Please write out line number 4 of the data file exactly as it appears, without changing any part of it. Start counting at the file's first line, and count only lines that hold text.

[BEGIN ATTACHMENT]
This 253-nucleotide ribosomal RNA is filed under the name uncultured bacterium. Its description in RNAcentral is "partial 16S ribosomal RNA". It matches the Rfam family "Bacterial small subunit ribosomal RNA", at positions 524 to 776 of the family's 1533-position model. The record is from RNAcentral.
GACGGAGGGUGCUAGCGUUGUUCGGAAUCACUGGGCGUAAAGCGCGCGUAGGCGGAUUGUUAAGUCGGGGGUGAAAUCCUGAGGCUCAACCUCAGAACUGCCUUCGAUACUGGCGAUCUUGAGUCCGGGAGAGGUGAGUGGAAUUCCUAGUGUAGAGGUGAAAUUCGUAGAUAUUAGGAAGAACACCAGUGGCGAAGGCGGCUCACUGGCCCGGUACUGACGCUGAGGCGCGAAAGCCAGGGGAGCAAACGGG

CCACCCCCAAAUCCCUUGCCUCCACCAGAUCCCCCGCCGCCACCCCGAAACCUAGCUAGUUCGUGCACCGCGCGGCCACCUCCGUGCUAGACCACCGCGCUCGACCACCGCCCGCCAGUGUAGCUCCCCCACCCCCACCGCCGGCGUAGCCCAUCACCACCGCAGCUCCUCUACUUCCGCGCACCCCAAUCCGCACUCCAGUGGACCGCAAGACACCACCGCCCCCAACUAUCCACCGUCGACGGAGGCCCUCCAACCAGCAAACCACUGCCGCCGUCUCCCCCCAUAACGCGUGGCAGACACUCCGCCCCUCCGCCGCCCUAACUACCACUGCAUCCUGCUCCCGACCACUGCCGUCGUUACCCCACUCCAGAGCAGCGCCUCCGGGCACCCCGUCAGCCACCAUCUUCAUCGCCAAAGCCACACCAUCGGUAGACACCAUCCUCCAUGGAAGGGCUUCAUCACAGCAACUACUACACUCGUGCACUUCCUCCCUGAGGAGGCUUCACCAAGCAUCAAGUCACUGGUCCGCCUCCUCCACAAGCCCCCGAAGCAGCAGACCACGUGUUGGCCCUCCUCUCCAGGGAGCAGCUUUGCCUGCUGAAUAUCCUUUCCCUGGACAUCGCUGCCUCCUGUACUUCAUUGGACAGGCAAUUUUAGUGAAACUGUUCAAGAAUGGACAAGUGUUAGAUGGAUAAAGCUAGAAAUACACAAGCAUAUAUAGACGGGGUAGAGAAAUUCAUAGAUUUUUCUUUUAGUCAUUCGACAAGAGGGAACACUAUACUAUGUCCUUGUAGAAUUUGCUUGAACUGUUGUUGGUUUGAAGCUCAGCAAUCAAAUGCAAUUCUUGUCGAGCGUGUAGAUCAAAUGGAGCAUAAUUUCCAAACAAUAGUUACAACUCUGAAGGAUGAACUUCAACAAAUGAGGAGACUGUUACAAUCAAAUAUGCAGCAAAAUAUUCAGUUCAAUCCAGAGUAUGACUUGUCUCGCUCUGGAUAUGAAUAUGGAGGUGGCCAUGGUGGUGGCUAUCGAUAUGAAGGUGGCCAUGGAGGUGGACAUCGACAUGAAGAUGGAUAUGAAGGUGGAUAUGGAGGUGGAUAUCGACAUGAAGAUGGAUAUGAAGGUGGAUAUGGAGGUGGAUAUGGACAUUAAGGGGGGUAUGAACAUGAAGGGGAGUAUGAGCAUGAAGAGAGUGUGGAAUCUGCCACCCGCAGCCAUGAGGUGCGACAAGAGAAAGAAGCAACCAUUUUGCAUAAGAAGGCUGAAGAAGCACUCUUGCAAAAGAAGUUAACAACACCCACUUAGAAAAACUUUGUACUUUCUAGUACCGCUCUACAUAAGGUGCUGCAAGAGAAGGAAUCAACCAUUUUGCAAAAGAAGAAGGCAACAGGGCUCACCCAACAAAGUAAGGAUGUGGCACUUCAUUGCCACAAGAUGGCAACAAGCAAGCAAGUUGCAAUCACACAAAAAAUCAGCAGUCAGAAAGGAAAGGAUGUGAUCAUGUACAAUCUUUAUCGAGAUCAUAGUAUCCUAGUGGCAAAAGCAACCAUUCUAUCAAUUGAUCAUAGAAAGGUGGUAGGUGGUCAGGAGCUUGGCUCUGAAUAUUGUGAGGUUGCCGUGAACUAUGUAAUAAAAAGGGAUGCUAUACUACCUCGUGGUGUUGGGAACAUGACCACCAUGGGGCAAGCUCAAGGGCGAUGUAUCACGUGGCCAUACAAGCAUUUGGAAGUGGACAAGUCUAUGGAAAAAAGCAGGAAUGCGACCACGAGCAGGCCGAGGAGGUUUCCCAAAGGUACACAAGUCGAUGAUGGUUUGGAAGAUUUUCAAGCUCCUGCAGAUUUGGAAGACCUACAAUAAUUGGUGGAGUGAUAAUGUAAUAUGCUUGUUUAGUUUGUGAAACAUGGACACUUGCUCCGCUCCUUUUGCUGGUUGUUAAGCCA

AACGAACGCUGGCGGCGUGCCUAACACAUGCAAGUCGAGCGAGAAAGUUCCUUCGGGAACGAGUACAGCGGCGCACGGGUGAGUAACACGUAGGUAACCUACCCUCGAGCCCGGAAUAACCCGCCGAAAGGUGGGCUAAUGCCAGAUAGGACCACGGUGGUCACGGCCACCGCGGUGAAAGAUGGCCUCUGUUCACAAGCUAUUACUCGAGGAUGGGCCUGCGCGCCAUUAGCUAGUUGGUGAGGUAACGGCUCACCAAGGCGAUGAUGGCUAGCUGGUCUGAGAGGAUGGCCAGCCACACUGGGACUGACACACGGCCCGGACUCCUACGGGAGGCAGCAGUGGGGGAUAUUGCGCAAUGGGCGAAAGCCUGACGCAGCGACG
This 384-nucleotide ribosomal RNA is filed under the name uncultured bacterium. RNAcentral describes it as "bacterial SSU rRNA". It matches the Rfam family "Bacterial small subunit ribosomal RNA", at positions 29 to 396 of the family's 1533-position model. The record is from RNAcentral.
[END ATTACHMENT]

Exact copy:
AACGAACGCUGGCGGCGUGCCUAACACAUGCAAGUCGAGCGAGAAAGUUCCUUCGGGAACGAGUACAGCGGCGCACGGGUGAGUAACACGUAGGUAACCUACCCUCGAGCCCGGAAUAACCCGCCGAAAGGUGGGCUAAUGCCAGAUAGGACCACGGUGGUCACGGCCACCGCGGUGAAAGAUGGCCUCUGUUCACAAGCUAUUACUCGAGGAUGGGCCUGCGCGCCAUUAGCUAGUUGGUGAGGUAACGGCUCACCAAGGCGAUGAUGGCUAGCUGGUCUGAGAGGAUGGCCAGCCACACUGGGACUGACACACGGCCCGGACUCCUACGGGAGGCAGCAGUGGGGGAUAUUGCGCAAUGGGCGAAAGCCUGACGCAGCGACG